Posts Tagged ‘careers’

13 Cities You Might NOT Want to Move to After Graduation

Already putting your plans together for life after college graduation?

Which city have you always dreamed of living in?

Well, if it’s one of the 13 cities below, you might not want to move there unless you’ve landed a job there ahead of time.

According to this Daily Beast article, the September census illustrates what most of us probably already knew (and those on Occupy Wall Street are protesting…I think?): the outlook for unemployment does not look too good for America’s newest adult population.

But wait! There’s more!

There are certain places where recent grads have been hit even harder. These cities have the greatest rise in an educated yet unemployed population since 2008. Trying to start a booming career in one of these places could actually mean an endless job search and cutting your losses by taking a gig at the Dairy Queen.

Here are those cities:

1. Orlando, Fla.
Current unemployment, age 20-24: 23.7% 

2. Seattle, Wash.
Current unemployment, age 20-24: 18.8% 

3. Virginia Beach, Va.
Current unemployment, age 20-24: 12.7% 

4. Birmingham, Ala.
Current unemployment, age 20-24: 24.1% 

5. Dayton, Ohio
Current unemployment, age 20-24: 23.4%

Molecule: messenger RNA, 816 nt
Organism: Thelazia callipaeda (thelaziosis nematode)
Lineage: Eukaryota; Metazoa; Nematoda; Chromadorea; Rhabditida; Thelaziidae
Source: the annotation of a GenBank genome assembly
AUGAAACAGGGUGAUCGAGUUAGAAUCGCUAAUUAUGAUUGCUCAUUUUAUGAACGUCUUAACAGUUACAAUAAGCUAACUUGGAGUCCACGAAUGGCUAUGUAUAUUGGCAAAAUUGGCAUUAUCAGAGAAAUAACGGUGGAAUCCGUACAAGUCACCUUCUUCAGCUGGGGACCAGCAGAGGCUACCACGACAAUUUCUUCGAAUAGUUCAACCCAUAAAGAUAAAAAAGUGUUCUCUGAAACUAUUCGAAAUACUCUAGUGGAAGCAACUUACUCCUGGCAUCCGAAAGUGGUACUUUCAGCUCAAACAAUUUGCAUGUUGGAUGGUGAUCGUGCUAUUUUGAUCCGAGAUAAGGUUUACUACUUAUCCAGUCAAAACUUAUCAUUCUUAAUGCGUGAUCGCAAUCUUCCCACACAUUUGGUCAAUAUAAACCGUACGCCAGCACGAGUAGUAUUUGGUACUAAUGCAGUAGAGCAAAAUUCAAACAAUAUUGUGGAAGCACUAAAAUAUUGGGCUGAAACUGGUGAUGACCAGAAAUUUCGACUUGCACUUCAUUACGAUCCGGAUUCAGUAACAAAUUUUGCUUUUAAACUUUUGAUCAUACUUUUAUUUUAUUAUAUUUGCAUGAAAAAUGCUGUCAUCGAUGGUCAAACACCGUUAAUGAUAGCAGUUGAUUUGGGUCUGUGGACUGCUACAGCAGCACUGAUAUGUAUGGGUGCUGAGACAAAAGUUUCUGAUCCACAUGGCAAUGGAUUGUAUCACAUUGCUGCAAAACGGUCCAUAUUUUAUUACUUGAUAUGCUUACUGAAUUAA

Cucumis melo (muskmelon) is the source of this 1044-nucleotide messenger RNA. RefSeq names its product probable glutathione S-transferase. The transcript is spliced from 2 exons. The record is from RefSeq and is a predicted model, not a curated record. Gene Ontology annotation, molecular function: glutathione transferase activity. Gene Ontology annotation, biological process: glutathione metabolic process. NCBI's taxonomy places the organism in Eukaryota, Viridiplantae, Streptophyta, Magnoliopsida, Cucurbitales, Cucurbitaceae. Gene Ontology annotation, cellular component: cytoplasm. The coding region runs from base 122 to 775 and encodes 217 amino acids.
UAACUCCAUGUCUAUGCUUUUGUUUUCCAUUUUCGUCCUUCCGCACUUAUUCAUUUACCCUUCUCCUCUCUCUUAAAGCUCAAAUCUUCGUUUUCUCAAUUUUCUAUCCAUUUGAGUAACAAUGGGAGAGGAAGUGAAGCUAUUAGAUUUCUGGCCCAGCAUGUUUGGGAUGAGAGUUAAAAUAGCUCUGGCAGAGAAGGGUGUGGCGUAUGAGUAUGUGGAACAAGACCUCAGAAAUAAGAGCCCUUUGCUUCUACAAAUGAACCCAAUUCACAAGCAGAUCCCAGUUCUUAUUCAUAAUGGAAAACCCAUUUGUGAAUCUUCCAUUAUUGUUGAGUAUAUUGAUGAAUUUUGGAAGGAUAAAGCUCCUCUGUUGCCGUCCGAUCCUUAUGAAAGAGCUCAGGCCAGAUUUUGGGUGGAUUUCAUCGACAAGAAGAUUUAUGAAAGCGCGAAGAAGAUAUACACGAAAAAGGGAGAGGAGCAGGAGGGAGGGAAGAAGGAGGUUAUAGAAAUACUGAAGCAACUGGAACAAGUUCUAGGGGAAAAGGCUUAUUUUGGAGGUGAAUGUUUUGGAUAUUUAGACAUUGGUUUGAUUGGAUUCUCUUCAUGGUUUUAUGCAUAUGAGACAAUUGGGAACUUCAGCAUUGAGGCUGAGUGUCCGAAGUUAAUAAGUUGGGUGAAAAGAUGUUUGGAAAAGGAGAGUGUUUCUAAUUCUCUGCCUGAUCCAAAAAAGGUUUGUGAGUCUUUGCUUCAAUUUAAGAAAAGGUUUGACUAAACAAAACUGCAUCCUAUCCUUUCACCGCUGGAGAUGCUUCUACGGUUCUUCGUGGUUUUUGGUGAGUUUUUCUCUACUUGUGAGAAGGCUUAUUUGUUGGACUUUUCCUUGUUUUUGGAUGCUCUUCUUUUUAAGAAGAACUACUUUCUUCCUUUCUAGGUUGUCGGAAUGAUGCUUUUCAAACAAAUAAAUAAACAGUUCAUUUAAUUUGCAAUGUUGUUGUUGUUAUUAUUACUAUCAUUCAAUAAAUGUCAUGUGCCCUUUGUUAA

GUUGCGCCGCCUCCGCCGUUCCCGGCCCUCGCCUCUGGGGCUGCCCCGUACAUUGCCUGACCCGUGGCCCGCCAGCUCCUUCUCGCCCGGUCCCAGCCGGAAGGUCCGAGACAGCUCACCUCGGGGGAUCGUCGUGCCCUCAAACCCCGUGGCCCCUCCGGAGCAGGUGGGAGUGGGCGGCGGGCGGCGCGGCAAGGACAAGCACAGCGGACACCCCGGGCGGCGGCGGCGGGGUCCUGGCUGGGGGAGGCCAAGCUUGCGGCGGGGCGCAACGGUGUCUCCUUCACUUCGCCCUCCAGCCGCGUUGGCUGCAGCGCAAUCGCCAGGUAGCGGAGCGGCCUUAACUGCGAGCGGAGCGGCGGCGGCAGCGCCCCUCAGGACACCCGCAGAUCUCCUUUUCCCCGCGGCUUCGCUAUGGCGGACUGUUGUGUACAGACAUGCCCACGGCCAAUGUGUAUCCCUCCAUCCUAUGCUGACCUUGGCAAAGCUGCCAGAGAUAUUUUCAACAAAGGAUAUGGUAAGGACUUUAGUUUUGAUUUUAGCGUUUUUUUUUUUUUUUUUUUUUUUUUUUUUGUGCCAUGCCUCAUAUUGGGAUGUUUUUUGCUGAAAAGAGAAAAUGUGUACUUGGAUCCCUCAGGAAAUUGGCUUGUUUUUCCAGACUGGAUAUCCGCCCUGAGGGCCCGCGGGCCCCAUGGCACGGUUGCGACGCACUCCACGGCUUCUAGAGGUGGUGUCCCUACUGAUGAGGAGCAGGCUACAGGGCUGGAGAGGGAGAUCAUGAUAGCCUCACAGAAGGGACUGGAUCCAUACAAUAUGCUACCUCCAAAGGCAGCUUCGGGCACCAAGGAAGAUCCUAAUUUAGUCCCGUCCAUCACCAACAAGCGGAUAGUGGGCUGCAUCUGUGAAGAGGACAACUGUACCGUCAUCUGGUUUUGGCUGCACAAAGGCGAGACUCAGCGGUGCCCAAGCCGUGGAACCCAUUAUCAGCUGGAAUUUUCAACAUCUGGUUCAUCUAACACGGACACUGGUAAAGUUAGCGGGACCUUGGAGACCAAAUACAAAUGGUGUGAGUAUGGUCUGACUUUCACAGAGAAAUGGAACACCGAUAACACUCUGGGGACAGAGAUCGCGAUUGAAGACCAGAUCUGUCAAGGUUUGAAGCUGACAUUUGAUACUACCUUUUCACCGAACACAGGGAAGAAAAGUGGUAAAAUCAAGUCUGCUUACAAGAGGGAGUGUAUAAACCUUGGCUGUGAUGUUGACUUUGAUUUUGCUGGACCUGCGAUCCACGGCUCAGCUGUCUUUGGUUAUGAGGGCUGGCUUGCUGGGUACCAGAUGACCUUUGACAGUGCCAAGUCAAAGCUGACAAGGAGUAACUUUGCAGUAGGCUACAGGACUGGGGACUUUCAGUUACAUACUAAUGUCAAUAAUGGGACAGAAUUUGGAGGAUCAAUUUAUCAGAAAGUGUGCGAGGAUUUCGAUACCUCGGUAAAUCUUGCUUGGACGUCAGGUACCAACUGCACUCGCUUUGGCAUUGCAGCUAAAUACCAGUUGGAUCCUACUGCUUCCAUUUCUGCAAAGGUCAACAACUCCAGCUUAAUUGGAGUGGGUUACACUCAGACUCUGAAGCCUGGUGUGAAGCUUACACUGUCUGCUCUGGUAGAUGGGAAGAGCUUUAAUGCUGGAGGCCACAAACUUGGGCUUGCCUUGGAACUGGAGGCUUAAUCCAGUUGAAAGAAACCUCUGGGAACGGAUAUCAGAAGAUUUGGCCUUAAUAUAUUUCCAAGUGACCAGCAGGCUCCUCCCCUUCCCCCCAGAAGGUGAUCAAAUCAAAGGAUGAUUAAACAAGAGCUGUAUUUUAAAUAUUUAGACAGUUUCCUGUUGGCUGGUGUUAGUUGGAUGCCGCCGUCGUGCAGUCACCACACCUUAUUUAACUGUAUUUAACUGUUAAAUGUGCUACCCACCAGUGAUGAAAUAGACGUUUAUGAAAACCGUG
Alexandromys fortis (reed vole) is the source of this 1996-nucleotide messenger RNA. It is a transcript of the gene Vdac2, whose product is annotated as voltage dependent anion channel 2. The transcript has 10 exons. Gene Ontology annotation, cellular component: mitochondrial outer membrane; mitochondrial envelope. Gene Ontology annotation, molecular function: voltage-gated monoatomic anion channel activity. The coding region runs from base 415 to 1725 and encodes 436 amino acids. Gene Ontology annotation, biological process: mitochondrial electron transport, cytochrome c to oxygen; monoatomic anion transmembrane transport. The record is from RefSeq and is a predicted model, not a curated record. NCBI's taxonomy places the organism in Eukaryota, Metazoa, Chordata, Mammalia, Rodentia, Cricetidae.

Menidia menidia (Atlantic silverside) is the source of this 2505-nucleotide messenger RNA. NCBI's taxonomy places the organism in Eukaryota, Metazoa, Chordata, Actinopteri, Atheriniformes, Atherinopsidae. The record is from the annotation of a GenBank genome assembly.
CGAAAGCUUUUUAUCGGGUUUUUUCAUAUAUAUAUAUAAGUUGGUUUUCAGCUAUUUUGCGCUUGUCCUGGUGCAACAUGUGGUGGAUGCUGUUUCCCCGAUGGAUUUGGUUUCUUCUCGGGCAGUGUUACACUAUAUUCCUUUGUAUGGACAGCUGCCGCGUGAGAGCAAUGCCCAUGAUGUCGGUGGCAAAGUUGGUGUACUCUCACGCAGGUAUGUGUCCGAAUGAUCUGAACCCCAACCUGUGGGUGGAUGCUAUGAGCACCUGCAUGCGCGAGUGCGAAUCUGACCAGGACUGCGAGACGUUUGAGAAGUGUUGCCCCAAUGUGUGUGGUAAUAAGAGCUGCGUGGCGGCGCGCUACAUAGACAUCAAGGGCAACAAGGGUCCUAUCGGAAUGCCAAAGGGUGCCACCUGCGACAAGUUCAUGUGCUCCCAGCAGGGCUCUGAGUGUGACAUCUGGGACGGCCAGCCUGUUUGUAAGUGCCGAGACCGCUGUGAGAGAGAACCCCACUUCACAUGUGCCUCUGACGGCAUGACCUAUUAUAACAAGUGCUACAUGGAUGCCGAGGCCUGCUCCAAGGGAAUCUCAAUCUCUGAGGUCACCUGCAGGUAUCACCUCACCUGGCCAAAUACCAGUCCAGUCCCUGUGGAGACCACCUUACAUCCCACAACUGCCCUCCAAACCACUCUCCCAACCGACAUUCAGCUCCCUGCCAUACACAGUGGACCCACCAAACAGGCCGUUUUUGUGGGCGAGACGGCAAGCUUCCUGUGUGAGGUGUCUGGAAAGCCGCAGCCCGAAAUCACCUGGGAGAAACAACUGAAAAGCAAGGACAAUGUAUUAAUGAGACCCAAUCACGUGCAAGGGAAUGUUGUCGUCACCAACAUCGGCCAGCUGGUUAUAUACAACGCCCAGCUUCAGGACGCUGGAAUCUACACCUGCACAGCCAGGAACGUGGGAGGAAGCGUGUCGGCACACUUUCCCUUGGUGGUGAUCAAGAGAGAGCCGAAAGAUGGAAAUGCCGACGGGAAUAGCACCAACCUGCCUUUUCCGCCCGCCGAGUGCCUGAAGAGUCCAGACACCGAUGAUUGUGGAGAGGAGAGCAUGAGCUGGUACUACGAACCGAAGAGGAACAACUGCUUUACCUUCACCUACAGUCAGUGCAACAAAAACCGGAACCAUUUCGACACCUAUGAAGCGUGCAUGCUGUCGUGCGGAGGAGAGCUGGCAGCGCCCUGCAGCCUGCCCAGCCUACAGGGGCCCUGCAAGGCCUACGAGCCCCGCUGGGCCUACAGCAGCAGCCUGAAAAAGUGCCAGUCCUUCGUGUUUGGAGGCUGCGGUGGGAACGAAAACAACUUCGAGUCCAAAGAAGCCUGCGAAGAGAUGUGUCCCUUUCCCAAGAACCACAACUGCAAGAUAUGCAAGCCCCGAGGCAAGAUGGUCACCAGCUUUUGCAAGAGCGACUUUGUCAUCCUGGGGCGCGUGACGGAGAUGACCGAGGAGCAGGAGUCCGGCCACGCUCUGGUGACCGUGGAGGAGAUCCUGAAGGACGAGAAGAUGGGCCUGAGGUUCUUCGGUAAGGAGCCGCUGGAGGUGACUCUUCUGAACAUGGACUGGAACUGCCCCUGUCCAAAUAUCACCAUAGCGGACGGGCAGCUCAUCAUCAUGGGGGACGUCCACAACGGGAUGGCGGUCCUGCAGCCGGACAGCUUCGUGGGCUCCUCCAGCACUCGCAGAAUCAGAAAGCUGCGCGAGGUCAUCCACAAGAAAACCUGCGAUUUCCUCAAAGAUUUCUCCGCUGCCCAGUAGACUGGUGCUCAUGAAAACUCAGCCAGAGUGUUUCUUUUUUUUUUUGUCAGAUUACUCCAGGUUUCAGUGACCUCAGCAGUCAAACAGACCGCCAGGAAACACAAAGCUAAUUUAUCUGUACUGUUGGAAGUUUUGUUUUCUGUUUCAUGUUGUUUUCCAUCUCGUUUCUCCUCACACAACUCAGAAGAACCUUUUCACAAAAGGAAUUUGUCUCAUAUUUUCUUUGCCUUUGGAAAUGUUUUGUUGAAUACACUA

6. Nashville, Tenn.
Current unemployment, age 20-24: 15.5%

7. Pittsburgh, Pa.
Current unemployment, age 20-24: 15.2%

8. Milwaukee, Wis.
Current unemployment, age 20-24: 21.3%

9. Las Vegas, Nev. 
Current unemployment, age 20-24: 19.6% 

10. Louisville, Ky.
Current unemployment, age 20-24: 14.8% 

11. Columbus, Ohio
Current unemployment, age 20-24: 14.8% 

12. Riverside, Calif.
Current unemployment, age 20-24: 27.4%

13. Houston, Texas
Current unemployment, age 20-24: 14.2%

What city do you want to wind up in? Leave a comment below.

College Grads Can Text the Text, But Can They Use a Phone?

teen-cell-phone1Perhaps it’s the fear that they don’t really understand the technology, or maybe it’s just that they’d prefer to communicate with someone without having to translate “Kk. Kewl, ttyl8r”–but, according to eCampus News, employers want to see that their new hires can hold a conversation past the point of “LOL. brb”

According to the article, recent college grads should especially be prepared for phone interviews.  After all, since most students text so frequently, they are generally not prepared to hold lengthy and articulate phone conversations. On top of poor phone skills, young job applicants are more likely to use cell phones during phone interviews instead of clearer and more easy to hear landlines. In a difficult hiring market like this one, just having a leg up on a simple phone interview can make the difference.

And if you’re going to follow up with an employer, just make sure it’s not through a text message.

Not sure what you plan on doing after college? College goes by faster than you’d think, so check out these college majors for in-demand careers!